[00:02:12] I figured that you’ll have an easier time believing me if you have an example. An example I have is from a TEDx talk that I can’t play on here because I don’t have the broadcasting rights to it. So instead, I’ll link the YouTube video for this talk in the show notes, but I’ll give you a quick summary.

[00:02:29] The title of this talk is Change Your Mindset. Change the Game by Dr. Ali. And Dr. Crum in this talk is clearly nervous. It’s very obvious to the audience and to even watching us later in this video clip that she’s nervous, but she really owns what she’s talking about, and that should inspire and comfort you.

[00:02:55] A TEDx talk is way more high stakes than a presentation you’re doing at work or at a conference. And often these speakers get professional training and preparation before the delivery of their TEDx talk. But it’s still natural for some of us to feel nervous when presenting.

[00:03:13] And I love that she didn’t let that nervousness make her more nervous, and instead she leaned into her content. People found tremendous value from her talk, and it sparked many thoughtful discussions. So here are some comments that I wanna read from this YouTube video.

[00:03:32] The first one is her performance of her speech is based on her topic. If you can change your mindset and keep control of your mind, you can do literally everything you thought you couldn’t. She’s battling great fear, doubt, and anxiety on that stage because. Doing a TED talk in front of a large audience is intimidating, but she toughs it out and gets more comfortable and more in control.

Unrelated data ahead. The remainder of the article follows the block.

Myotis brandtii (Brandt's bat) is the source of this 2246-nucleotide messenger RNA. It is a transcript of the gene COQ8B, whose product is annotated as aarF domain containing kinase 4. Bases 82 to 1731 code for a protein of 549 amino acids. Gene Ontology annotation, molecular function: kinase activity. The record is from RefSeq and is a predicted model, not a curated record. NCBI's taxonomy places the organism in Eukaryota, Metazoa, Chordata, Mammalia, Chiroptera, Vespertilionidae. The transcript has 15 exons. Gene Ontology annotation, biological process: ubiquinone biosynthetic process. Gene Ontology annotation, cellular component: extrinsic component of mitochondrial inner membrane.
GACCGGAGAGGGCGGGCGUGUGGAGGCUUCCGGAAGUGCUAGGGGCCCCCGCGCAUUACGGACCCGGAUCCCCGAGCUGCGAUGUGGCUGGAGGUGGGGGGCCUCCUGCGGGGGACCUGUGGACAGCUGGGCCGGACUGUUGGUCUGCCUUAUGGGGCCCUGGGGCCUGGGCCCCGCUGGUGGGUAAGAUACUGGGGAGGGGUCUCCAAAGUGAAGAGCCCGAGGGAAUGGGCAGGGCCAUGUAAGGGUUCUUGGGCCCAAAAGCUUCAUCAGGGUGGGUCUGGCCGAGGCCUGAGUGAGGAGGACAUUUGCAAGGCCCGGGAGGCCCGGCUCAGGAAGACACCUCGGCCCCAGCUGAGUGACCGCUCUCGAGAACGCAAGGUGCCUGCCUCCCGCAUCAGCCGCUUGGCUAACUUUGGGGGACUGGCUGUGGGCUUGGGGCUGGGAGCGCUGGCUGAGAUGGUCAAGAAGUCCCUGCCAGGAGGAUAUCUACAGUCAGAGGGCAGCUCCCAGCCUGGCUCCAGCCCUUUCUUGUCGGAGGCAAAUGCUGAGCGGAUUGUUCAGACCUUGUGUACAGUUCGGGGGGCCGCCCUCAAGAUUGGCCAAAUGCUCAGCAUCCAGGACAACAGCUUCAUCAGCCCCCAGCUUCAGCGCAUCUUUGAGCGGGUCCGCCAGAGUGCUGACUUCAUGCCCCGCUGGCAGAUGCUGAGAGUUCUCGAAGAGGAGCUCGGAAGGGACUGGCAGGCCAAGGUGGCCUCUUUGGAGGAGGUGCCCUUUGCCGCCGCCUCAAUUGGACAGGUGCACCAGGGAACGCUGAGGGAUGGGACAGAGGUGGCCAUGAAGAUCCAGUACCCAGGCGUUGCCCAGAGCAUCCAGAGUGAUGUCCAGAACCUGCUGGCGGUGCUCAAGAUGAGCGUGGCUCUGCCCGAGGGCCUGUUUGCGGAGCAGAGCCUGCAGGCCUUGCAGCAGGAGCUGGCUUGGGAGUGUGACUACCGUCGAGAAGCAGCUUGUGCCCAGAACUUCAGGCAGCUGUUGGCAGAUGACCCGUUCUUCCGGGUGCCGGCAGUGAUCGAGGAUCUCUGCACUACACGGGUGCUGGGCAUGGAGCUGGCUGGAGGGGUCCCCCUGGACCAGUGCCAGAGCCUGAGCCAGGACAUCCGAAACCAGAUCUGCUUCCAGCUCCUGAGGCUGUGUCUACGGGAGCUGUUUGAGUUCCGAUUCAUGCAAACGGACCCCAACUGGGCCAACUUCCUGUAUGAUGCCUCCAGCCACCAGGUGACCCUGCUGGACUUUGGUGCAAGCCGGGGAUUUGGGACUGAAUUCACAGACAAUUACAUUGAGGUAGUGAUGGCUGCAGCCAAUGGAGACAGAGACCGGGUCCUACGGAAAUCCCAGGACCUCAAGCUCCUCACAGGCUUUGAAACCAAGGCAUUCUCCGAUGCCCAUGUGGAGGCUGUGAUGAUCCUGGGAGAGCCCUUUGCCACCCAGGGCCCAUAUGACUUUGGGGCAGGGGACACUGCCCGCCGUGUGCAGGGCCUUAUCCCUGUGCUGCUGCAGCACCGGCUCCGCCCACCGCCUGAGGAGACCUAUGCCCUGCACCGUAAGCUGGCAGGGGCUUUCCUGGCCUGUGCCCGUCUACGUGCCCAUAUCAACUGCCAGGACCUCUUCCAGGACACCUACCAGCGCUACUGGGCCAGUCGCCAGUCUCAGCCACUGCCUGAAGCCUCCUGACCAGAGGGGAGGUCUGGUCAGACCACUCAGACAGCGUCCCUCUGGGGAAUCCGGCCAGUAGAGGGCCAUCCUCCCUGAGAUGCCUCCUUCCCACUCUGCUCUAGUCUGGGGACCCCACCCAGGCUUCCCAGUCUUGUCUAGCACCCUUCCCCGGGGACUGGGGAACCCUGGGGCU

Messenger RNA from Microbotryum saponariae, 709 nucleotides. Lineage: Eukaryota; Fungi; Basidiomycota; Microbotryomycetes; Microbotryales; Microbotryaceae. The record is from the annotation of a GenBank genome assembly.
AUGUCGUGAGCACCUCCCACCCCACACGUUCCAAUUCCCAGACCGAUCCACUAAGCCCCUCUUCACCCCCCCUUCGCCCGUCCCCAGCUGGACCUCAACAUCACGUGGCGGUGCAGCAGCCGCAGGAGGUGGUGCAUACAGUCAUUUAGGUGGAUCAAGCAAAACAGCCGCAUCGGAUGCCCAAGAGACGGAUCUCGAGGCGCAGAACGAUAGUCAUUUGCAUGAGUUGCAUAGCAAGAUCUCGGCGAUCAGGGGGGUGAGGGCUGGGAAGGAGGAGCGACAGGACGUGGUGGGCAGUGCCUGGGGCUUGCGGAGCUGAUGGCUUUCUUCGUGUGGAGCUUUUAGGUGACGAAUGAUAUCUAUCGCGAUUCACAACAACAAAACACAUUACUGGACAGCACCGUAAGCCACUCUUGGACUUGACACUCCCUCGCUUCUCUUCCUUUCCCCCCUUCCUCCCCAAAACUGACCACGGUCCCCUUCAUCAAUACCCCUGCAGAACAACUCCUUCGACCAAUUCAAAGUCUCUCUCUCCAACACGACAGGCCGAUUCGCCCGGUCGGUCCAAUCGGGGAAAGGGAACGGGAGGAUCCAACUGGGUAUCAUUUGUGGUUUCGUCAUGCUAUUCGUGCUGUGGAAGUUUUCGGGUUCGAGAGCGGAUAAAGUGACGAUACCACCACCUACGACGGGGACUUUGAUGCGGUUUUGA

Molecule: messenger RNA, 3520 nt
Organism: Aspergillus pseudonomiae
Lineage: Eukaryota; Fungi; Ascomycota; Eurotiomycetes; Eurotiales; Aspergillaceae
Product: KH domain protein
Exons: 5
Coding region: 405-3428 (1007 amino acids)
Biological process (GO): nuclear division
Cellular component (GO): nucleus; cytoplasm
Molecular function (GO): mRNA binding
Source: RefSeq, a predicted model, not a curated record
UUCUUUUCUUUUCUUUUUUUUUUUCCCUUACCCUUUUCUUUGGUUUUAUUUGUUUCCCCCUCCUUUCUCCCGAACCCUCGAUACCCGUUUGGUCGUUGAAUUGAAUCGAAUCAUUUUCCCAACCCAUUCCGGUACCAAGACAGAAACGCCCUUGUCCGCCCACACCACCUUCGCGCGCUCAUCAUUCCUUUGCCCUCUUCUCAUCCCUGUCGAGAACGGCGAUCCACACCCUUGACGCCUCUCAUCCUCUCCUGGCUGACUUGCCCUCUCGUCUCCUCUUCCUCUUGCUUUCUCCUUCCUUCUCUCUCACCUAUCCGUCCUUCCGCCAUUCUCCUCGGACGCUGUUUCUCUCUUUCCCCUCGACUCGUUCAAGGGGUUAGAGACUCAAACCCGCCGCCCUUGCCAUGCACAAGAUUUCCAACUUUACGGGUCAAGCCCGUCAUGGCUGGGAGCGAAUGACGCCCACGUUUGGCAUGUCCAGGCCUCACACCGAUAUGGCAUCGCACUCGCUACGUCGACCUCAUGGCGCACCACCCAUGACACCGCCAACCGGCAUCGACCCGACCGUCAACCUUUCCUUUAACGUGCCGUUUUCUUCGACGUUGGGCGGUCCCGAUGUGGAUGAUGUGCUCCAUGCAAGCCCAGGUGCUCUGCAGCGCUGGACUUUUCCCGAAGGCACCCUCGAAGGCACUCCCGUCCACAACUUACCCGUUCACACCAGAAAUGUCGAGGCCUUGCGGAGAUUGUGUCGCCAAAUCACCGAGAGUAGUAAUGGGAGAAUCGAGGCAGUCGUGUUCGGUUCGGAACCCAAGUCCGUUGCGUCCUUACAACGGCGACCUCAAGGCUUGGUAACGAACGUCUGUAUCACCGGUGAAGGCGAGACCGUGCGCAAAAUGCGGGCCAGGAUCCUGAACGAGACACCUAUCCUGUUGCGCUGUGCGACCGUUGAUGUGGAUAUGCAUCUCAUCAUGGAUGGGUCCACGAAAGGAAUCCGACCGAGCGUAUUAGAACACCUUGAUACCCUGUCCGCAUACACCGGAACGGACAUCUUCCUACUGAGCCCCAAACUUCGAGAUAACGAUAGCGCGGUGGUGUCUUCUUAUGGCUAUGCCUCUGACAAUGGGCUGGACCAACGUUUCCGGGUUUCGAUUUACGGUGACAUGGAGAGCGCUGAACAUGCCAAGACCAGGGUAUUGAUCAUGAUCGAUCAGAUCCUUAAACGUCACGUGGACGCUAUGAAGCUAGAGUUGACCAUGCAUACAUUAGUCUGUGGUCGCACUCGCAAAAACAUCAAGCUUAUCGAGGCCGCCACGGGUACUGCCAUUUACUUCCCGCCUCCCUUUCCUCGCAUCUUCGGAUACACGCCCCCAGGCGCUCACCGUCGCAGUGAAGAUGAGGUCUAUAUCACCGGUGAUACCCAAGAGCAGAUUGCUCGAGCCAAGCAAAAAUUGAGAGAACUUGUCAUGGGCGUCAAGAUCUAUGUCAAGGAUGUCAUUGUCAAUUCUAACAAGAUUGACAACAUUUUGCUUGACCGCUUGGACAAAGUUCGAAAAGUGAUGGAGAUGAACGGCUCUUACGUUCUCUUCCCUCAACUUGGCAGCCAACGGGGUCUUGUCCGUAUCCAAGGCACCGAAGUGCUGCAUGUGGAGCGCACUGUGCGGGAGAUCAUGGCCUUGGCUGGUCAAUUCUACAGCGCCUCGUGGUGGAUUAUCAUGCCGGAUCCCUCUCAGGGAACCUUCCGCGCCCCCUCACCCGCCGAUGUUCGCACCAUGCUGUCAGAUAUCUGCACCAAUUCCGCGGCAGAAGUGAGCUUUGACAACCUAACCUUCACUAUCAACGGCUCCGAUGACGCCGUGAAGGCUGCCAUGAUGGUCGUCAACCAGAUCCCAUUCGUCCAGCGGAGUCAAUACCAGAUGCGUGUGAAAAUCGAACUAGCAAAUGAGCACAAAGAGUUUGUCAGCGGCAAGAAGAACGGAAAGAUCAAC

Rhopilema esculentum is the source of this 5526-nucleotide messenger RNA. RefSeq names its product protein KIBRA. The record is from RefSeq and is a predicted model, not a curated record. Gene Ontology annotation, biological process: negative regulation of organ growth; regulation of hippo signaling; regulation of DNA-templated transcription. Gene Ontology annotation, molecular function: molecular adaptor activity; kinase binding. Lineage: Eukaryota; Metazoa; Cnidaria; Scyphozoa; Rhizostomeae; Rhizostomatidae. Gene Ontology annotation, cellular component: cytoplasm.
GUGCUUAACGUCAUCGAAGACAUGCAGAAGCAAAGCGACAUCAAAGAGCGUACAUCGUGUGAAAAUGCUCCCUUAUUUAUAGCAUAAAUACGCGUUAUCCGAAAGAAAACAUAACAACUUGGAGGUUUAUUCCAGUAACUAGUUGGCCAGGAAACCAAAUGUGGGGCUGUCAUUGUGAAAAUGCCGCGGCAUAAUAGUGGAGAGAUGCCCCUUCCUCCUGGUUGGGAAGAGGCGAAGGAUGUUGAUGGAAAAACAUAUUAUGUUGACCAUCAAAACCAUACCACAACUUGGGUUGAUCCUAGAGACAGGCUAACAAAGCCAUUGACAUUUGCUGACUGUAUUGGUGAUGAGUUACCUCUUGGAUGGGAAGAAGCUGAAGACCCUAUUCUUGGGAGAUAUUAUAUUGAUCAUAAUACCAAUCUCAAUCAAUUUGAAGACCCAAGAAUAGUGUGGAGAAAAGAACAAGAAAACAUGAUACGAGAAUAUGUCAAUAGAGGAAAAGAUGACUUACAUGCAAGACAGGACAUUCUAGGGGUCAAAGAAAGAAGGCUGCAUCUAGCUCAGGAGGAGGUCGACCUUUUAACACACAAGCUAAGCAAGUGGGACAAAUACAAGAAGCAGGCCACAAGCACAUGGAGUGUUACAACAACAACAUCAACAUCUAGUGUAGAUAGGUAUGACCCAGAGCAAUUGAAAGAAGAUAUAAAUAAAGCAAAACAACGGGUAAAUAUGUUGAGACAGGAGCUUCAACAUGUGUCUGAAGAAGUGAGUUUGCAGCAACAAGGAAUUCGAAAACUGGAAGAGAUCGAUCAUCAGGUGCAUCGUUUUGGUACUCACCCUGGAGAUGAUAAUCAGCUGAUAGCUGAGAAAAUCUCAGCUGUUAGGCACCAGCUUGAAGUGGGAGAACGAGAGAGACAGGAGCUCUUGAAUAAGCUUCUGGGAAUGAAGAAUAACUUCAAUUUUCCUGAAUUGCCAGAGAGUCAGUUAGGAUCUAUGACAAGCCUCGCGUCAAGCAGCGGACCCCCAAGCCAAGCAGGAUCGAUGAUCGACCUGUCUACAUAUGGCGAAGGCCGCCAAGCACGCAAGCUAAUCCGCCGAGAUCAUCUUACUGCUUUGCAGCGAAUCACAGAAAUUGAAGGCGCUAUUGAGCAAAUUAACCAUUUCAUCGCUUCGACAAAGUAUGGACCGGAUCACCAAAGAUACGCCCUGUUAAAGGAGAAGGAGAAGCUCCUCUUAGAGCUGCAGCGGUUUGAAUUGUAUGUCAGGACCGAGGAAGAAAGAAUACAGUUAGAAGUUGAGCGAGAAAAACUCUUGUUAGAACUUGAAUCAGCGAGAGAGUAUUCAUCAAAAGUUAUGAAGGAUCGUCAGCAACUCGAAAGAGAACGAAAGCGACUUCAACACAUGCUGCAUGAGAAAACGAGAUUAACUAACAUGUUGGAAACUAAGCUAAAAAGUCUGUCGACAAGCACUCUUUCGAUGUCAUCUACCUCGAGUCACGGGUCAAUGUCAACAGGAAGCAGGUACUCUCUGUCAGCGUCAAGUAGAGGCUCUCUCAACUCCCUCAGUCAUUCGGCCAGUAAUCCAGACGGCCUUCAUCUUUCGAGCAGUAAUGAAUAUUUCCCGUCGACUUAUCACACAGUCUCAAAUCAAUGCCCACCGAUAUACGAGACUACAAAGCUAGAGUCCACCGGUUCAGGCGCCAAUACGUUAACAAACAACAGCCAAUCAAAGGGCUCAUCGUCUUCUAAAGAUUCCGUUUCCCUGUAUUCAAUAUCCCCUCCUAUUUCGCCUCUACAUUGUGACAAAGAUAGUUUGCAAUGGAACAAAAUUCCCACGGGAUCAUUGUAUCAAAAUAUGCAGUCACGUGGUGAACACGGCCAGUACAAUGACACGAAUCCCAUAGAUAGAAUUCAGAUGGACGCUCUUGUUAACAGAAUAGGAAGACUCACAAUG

[00:03:54] This is inspirational salute to this woman and her courage to change and control her mindset in an intimidating situation.

[00:04:03] The next comment is, she’s nervous but doing it anyway. Wow. Never allow fear to paralyze you. Go ahead, do it afraid, hands trembling, feet shaking, but keep on your emotion.

[00:04:16] She did a great job, period. Even though she was nervous, I noticed her nervousness was nearly gone after it showed. She had time to collect herself and say, you’re owning this, and it frees her awesome job.

[00:04:29] This talk is still a great and full of useful knowledge. If you’ve ever spoken in front of a big audience, it can be truly intimidating. However, the way she brings humor and stands until the end is definitely admirable. Great job.

[00:04:44] So the takeaways from these comments are that even though it can be very obvious that you’re nervous presenting, people can still be blown away by the message or the contents of your presentation. . Also, you may be afraid about public speaking, but I’m here to tell you like others in this video comments section said, do it anyways.

[00:05:04] Do it afraid. I’ll link the video in the show notes. The topic of the TEDx talk can actually help you with your fears and worries about presenting, so I highly encourage you to watch this video.